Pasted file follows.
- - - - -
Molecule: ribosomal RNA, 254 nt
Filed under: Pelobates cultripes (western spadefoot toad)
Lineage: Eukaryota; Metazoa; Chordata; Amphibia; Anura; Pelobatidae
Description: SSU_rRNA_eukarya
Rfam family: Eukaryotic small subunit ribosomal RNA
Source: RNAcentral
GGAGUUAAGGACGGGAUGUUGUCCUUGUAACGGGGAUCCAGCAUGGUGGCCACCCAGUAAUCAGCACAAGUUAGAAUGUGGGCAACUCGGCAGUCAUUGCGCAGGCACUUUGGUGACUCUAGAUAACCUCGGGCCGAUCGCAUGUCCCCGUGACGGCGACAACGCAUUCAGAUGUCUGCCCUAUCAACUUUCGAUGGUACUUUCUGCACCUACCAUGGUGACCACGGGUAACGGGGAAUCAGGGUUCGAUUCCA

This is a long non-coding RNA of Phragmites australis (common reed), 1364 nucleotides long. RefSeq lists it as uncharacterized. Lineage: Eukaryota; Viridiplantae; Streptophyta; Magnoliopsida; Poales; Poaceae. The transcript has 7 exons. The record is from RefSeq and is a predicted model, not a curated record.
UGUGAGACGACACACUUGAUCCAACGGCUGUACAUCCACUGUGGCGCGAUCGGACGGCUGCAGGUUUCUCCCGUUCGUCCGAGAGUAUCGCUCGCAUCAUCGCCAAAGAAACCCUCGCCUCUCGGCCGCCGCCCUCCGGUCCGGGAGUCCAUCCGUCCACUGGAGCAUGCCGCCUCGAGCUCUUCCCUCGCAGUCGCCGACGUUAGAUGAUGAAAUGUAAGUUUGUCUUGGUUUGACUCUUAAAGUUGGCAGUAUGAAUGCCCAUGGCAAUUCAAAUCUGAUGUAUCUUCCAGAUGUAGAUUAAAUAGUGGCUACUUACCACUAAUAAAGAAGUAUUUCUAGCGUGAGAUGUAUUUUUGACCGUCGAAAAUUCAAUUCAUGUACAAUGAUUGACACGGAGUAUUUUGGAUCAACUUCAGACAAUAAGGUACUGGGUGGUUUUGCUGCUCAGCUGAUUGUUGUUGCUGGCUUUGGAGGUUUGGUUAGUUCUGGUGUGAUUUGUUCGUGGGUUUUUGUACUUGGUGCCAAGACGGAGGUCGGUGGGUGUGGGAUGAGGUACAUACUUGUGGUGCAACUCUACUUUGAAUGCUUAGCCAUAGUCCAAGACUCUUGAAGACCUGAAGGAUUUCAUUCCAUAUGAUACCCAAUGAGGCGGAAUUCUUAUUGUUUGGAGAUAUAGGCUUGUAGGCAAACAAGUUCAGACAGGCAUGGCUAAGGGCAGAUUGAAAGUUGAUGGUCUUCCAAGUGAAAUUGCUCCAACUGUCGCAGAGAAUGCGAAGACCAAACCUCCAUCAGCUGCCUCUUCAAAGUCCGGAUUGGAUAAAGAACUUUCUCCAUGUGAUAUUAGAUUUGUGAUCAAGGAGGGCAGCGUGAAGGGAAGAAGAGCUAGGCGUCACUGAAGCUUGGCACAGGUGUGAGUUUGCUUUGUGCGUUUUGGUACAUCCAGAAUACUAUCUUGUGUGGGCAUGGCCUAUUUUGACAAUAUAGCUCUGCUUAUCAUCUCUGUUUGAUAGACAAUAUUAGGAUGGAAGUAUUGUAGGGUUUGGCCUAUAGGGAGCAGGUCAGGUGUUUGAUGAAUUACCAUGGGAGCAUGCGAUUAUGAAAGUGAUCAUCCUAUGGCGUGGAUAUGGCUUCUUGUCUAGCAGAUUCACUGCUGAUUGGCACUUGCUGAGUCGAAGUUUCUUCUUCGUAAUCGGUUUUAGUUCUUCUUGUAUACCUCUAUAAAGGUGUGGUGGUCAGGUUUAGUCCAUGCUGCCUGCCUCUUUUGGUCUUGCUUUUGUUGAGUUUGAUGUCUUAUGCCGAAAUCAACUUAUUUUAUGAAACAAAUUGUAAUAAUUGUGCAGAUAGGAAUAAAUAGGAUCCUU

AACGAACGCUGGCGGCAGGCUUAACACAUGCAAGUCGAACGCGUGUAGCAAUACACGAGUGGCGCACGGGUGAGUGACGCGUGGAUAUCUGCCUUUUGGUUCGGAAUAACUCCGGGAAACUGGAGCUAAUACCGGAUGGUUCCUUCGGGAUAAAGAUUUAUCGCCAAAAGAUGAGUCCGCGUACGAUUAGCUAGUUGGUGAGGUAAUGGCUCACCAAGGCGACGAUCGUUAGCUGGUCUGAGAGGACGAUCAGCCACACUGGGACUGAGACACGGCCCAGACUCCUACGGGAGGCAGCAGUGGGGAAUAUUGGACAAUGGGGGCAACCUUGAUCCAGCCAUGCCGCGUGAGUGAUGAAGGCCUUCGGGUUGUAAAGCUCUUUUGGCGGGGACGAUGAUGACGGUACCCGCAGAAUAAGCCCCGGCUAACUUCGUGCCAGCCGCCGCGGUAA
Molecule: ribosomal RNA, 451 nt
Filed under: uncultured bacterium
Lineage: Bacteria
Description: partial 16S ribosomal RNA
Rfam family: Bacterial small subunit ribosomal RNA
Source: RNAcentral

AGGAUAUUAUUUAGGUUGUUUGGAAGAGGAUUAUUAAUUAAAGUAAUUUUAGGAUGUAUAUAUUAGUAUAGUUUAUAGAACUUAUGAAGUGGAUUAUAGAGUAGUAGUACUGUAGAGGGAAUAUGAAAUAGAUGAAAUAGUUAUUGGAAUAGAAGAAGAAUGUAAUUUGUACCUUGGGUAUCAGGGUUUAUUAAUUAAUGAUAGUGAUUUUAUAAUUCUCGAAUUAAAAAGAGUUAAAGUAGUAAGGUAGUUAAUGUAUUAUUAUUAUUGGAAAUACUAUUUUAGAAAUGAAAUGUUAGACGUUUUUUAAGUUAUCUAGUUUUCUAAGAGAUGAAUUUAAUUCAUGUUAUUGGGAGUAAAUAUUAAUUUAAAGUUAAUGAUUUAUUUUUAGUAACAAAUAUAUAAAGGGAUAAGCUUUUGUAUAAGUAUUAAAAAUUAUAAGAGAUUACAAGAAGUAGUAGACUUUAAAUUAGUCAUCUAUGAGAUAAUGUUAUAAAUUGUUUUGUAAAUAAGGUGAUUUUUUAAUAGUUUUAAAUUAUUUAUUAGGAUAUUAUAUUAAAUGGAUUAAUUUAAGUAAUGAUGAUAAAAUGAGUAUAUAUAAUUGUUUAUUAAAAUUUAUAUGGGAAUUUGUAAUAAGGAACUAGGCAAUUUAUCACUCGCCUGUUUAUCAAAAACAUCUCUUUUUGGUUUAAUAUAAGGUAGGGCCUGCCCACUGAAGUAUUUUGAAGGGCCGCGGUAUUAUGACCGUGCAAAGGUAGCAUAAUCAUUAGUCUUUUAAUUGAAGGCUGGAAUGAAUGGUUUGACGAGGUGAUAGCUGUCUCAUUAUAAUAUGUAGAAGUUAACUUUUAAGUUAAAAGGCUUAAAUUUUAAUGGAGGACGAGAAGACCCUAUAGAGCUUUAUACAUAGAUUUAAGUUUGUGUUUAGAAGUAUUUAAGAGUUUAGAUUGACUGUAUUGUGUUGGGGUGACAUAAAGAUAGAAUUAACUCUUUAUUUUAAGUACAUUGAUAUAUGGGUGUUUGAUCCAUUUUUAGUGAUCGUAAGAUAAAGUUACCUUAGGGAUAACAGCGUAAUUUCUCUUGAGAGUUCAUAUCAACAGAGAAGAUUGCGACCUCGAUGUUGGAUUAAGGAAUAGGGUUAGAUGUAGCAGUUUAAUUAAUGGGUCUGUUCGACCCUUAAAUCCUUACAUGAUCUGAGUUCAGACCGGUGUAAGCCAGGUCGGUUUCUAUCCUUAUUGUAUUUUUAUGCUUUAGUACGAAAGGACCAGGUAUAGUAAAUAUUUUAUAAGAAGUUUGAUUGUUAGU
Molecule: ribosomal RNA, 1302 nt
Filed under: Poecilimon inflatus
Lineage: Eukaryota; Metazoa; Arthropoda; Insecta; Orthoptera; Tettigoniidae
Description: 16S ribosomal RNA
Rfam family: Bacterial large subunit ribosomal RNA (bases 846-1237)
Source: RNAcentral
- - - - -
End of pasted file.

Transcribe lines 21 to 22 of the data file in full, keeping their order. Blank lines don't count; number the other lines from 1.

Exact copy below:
Description: 16S ribosomal RNA
Rfam family: Bacterial large subunit ribosomal RNA (bases 846-1237)